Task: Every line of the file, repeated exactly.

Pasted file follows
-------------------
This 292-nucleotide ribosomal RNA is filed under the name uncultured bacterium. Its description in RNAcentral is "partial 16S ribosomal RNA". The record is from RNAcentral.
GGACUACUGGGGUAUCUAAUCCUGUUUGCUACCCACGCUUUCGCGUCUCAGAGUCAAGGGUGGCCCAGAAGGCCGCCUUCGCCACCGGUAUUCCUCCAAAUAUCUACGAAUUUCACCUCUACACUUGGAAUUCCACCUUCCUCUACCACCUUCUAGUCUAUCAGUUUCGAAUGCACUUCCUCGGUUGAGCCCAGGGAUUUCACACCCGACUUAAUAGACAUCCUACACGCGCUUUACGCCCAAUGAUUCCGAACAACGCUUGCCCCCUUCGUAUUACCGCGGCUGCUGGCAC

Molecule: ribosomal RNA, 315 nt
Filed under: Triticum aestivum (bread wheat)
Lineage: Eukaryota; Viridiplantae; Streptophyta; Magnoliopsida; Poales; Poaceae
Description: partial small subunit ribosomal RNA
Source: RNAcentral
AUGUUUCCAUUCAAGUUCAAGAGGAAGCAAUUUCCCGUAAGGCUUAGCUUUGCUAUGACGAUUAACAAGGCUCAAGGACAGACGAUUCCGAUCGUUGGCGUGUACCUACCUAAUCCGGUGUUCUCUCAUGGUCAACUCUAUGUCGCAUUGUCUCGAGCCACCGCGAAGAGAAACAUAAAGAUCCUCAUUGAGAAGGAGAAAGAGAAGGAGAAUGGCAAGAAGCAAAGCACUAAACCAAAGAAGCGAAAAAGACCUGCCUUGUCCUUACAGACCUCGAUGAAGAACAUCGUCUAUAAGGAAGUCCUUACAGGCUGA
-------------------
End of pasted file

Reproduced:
This 292-nucleotide ribosomal RNA is filed under the name uncultured bacterium. Its description in RNAcentral is "partial 16S ribosomal RNA". The record is from RNAcentral.
GGACUACUGGGGUAUCUAAUCCUGUUUGCUACCCACGCUUUCGCGUCUCAGAGUCAAGGGUGGCCCAGAAGGCCGCCUUCGCCACCGGUAUUCCUCCAAAUAUCUACGAAUUUCACCUCUACACUUGGAAUUCCACCUUCCUCUACCACCUUCUAGUCUAUCAGUUUCGAAUGCACUUCCUCGGUUGAGCCCAGGGAUUUCACACCCGACUUAAUAGACAUCCUACACGCGCUUUACGCCCAAUGAUUCCGAACAACGCUUGCCCCCUUCGUAUUACCGCGGCUGCUGGCAC

Molecule: ribosomal RNA, 315 nt
Filed under: Triticum aestivum (bread wheat)
Lineage: Eukaryota; Viridiplantae; Streptophyta; Magnoliopsida; Poales; Poaceae
Description: partial small subunit ribosomal RNA
Source: RNAcentral
AUGUUUCCAUUCAAGUUCAAGAGGAAGCAAUUUCCCGUAAGGCUUAGCUUUGCUAUGACGAUUAACAAGGCUCAAGGACAGACGAUUCCGAUCGUUGGCGUGUACCUACCUAAUCCGGUGUUCUCUCAUGGUCAACUCUAUGUCGCAUUGUCUCGAGCCACCGCGAAGAGAAACAUAAAGAUCCUCAUUGAGAAGGAGAAAGAGAAGGAGAAUGGCAAGAAGCAAAGCACUAAACCAAAGAAGCGAAAAAGACCUGCCUUGUCCUUACAGACCUCGAUGAAGAACAUCGUCUAUAAGGAAGUCCUUACAGGCUGA